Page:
Friday, April 3, 2009

Change & the “Inclusivity Factor”

Anyone involved in the world of managing or directing anything can appreciate how difficult effecting change can be. Think about it. This, in the ordinary events of life, affects all of us. If you’re a parent, you deal with change. Families change most. If you’re a son or daughter, you’ve definitely been impacted both positively and negatively by change.

The simple fact is change, whilst being inevitable in all areas of life, makes us insular, as we recoil from the personal impact the change requires of us. Even if we look at the Change Curve (which is somewhat reminiscent of the Kuhbler-Ross 5-stage grieving process) most of the initial impact of change is negative. Even for the person ‘installing’ the change, insularity is common.

Change management is a real science and has been for many years now. It’s so peculiar in that it’s such a difficult, enigmatic science to master--it could also be considered an art.

So, we have a situation of change, any change, but particularly a poor change. We can view the overall change--something new introduced--as a continuum where people sit in various positions from the person directly introducing the change at one end to the people the change is ‘done to’ at the other.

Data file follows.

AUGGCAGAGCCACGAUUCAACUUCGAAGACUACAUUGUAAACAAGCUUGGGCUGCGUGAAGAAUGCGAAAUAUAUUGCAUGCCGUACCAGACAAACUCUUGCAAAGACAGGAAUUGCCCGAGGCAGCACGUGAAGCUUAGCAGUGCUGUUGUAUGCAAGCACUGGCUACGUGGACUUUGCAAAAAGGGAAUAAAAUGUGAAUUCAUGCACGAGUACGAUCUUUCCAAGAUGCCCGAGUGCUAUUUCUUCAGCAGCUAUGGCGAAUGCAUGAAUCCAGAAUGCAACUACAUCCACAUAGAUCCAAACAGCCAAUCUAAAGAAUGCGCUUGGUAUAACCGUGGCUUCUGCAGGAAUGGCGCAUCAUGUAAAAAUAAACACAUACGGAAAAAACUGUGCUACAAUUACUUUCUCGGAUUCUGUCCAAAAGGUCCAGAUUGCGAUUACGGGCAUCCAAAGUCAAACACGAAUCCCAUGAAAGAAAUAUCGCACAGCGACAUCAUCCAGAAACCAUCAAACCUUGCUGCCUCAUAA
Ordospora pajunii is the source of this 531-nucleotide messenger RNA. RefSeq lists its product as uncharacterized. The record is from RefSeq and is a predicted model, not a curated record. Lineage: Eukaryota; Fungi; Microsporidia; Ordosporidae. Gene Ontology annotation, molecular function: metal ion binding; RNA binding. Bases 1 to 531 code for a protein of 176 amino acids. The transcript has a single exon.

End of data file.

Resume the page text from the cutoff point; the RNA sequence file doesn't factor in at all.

Picture both ends of this continuum--the extremes of a long line involving all people affected by the change--where insularity becomes especially marked. Again, both the people making the change and those most affected by the change will typically both be passionate, one positively, the other, negatively.

It seems to me that the most important thing in change is having an intimate awareness of the effects and potential effects on all stakeholders. If we’re cognisant of the impact the change is having on others, we’ll naturally become less insular. This applies to both the proponent and the detractor, though we can expect less interest from the latter.

The ultimate position here, if we make the time, is to imagine the impact on each and every person--each unique being with their own distinctive perception on the matter at hand--and attempt to cater for each one.

If we apply this focus, chances are our best effort will be more than good enough provided we have the resources and time to act on what we’ve defined the issues to be.

The end goal in change is to identify and reject insularity and be other-centred i.e. to be inclusive. This will assist change remarkably, and make the transition possibly even enjoyable (if that’s possible).

Copyright © 2009, S. J. Wickham. All Rights Reserved Worldwide.

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